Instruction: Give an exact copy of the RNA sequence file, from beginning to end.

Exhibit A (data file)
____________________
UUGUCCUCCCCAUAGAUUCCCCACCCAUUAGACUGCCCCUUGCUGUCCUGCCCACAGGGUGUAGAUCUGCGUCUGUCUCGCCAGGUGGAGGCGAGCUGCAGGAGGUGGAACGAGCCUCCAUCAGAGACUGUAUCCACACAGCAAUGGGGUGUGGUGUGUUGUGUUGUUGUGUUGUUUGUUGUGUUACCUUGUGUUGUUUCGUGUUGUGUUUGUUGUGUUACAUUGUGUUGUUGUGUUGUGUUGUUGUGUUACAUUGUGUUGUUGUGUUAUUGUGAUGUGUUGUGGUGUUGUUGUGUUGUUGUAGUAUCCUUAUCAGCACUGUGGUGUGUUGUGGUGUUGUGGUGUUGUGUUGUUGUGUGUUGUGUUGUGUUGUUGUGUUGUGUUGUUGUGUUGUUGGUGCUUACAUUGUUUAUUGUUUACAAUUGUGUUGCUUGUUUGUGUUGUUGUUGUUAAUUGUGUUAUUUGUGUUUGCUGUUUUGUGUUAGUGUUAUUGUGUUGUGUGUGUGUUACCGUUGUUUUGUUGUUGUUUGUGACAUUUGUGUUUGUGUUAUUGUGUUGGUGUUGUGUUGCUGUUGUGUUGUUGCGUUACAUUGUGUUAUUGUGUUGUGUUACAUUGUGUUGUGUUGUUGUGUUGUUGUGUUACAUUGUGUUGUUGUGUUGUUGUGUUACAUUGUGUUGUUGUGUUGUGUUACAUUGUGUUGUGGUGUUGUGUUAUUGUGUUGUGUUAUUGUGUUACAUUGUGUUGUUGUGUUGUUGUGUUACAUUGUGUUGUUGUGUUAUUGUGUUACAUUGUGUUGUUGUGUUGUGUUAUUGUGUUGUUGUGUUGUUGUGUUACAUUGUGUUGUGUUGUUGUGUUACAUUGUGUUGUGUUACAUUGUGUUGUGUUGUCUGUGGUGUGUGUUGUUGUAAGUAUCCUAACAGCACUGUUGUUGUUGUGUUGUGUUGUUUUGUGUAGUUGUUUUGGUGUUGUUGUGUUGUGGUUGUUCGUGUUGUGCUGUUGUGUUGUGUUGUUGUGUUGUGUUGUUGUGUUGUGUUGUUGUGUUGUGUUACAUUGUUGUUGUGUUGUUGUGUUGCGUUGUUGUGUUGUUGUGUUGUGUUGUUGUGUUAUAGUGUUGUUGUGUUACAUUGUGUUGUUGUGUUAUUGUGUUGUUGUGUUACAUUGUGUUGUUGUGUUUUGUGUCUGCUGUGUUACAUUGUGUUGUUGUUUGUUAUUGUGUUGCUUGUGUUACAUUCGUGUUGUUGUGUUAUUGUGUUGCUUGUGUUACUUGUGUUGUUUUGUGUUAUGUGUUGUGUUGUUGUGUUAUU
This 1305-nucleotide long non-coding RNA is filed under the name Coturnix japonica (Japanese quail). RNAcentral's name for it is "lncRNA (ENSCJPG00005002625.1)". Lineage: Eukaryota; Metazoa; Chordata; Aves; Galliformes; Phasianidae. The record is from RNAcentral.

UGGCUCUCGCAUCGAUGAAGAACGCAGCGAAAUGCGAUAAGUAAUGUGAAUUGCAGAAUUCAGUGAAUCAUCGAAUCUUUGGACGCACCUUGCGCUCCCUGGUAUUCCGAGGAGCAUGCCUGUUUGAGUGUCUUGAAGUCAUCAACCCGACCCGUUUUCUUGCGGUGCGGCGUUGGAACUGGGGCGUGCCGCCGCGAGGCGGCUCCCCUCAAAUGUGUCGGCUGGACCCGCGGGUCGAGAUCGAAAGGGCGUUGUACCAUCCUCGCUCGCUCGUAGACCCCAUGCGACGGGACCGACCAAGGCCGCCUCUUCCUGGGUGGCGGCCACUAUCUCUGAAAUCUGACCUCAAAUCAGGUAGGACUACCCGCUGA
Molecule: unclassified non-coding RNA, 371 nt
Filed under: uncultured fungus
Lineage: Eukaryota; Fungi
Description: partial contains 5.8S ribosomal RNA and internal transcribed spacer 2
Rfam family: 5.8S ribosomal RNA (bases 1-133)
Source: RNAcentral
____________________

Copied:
UUGUCCUCCCCAUAGAUUCCCCACCCAUUAGACUGCCCCUUGCUGUCCUGCCCACAGGGUGUAGAUCUGCGUCUGUCUCGCCAGGUGGAGGCGAGCUGCAGGAGGUGGAACGAGCCUCCAUCAGAGACUGUAUCCACACAGCAAUGGGGUGUGGUGUGUUGUGUUGUUGUGUUGUUUGUUGUGUUACCUUGUGUUGUUUCGUGUUGUGUUUGUUGUGUUACAUUGUGUUGUUGUGUUGUGUUGUUGUGUUACAUUGUGUUGUUGUGUUAUUGUGAUGUGUUGUGGUGUUGUUGUGUUGUUGUAGUAUCCUUAUCAGCACUGUGGUGUGUUGUGGUGUUGUGGUGUUGUGUUGUUGUGUGUUGUGUUGUGUUGUUGUGUUGUGUUGUUGUGUUGUUGGUGCUUACAUUGUUUAUUGUUUACAAUUGUGUUGCUUGUUUGUGUUGUUGUUGUUAAUUGUGUUAUUUGUGUUUGCUGUUUUGUGUUAGUGUUAUUGUGUUGUGUGUGUGUUACCGUUGUUUUGUUGUUGUUUGUGACAUUUGUGUUUGUGUUAUUGUGUUGGUGUUGUGUUGCUGUUGUGUUGUUGCGUUACAUUGUGUUAUUGUGUUGUGUUACAUUGUGUUGUGUUGUUGUGUUGUUGUGUUACAUUGUGUUGUUGUGUUGUUGUGUUACAUUGUGUUGUUGUGUUGUGUUACAUUGUGUUGUGGUGUUGUGUUAUUGUGUUGUGUUAUUGUGUUACAUUGUGUUGUUGUGUUGUUGUGUUACAUUGUGUUGUUGUGUUAUUGUGUUACAUUGUGUUGUUGUGUUGUGUUAUUGUGUUGUUGUGUUGUUGUGUUACAUUGUGUUGUGUUGUUGUGUUACAUUGUGUUGUGUUACAUUGUGUUGUGUUGUCUGUGGUGUGUGUUGUUGUAAGUAUCCUAACAGCACUGUUGUUGUUGUGUUGUGUUGUUUUGUGUAGUUGUUUUGGUGUUGUUGUGUUGUGGUUGUUCGUGUUGUGCUGUUGUGUUGUGUUGUUGUGUUGUGUUGUUGUGUUGUGUUGUUGUGUUGUGUUACAUUGUUGUUGUGUUGUUGUGUUGCGUUGUUGUGUUGUUGUGUUGUGUUGUUGUGUUAUAGUGUUGUUGUGUUACAUUGUGUUGUUGUGUUAUUGUGUUGUUGUGUUACAUUGUGUUGUUGUGUUUUGUGUCUGCUGUGUUACAUUGUGUUGUUGUUUGUUAUUGUGUUGCUUGUGUUACAUUCGUGUUGUUGUGUUAUUGUGUUGCUUGUGUUACUUGUGUUGUUUUGUGUUAUGUGUUGUGUUGUUGUGUUAUU
This 1305-nucleotide long non-coding RNA is filed under the name Coturnix japonica (Japanese quail). RNAcentral's name for it is "lncRNA (ENSCJPG00005002625.1)". Lineage: Eukaryota; Metazoa; Chordata; Aves; Galliformes; Phasianidae. The record is from RNAcentral.

UGGCUCUCGCAUCGAUGAAGAACGCAGCGAAAUGCGAUAAGUAAUGUGAAUUGCAGAAUUCAGUGAAUCAUCGAAUCUUUGGACGCACCUUGCGCUCCCUGGUAUUCCGAGGAGCAUGCCUGUUUGAGUGUCUUGAAGUCAUCAACCCGACCCGUUUUCUUGCGGUGCGGCGUUGGAACUGGGGCGUGCCGCCGCGAGGCGGCUCCCCUCAAAUGUGUCGGCUGGACCCGCGGGUCGAGAUCGAAAGGGCGUUGUACCAUCCUCGCUCGCUCGUAGACCCCAUGCGACGGGACCGACCAAGGCCGCCUCUUCCUGGGUGGCGGCCACUAUCUCUGAAAUCUGACCUCAAAUCAGGUAGGACUACCCGCUGA
Molecule: unclassified non-coding RNA, 371 nt
Filed under: uncultured fungus
Lineage: Eukaryota; Fungi
Description: partial contains 5.8S ribosomal RNA and internal transcribed spacer 2
Rfam family: 5.8S ribosomal RNA (bases 1-133)
Source: RNAcentral